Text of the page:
Walmart is making a push to employ more veterans, and their spouses. It gives Melissa McMahon, who is a sales associate, a place to serve in the workforce after her service in the armed forces.
“I was in service for 20 years. I did two deployments within those twenty years,” says McMahon.
Statistics indicate that up to 26 percent of veterans and vet spouses are unemployed. Many veterans that leave the workforce, struggle to fit back in.
“I had to resign from my job,” adds McMahon. “And then they sold the company…so I didn’t have a job to come back to. A lot of things like that happen.”
At the Walmart on east highland drive in Jonesboro, twenty-seven of three hundred and forty sales associates are veterans. Personnel coordinator Tracy Watson believes in giving them a hands up.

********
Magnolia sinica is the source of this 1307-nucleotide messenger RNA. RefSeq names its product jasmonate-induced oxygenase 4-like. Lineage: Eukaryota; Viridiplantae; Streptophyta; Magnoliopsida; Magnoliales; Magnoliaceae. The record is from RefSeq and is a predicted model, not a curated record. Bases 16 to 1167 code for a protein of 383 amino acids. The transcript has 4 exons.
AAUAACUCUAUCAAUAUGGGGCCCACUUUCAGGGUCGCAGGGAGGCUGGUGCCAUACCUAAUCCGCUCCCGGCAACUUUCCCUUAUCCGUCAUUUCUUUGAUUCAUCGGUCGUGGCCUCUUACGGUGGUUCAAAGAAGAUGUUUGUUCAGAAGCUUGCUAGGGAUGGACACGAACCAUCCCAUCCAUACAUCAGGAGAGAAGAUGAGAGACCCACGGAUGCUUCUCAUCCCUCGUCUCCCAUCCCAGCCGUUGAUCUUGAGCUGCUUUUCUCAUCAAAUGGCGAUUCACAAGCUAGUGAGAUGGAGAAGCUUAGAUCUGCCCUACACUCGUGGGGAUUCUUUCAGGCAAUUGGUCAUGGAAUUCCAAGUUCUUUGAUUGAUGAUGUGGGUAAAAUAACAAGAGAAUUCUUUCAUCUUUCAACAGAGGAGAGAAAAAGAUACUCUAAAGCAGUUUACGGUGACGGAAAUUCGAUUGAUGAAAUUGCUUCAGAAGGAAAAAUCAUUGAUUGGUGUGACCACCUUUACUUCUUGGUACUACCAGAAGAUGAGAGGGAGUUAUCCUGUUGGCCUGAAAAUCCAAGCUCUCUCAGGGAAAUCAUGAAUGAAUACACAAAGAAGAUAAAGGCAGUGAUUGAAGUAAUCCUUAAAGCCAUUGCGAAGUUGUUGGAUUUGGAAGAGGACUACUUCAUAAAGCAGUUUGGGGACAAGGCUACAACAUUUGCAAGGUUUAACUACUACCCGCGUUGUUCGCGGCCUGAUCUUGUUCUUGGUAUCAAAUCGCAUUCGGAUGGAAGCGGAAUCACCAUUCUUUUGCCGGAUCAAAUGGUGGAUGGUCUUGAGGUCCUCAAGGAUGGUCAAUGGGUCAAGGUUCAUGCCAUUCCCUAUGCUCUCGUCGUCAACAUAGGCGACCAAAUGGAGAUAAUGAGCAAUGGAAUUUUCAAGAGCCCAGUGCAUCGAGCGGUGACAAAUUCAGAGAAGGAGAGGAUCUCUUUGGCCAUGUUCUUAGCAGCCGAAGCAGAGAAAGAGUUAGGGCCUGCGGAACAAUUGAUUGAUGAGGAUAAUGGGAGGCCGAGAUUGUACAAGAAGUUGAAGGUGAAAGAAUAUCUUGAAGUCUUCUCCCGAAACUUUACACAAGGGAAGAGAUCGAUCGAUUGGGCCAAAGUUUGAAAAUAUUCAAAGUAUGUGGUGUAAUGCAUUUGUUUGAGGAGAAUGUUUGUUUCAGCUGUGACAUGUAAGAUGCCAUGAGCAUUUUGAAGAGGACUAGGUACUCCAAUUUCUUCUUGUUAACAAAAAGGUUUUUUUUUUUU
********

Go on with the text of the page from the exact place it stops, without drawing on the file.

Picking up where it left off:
“We offer educational programs, we have a lot of different options with our management team,” explains Watson. “Having really good strong team players step in when things aren’t going well is very essential to the success of any store.”
Brad Holifield manages the Walmart Supercenter on East Highland Drive in Jonesboro. He says “The biggest thing is the dedication that [veterans] bring to work every day. The dependability we see with our veterans, and the ability to work them in different areas.”
It plays in well with Walmart’s growth and welfare. The retailer is now shifting its focus to online grocery pickup and expanding digital offerings.
“Looking at things such as delivery in the future. Looking at different ways of serving our customer,” says Holifield. “And our veterans are definitely a big piece of that in helping us go forward in the company.”
For Melissa McMahon and other veterans, the sky is the limit.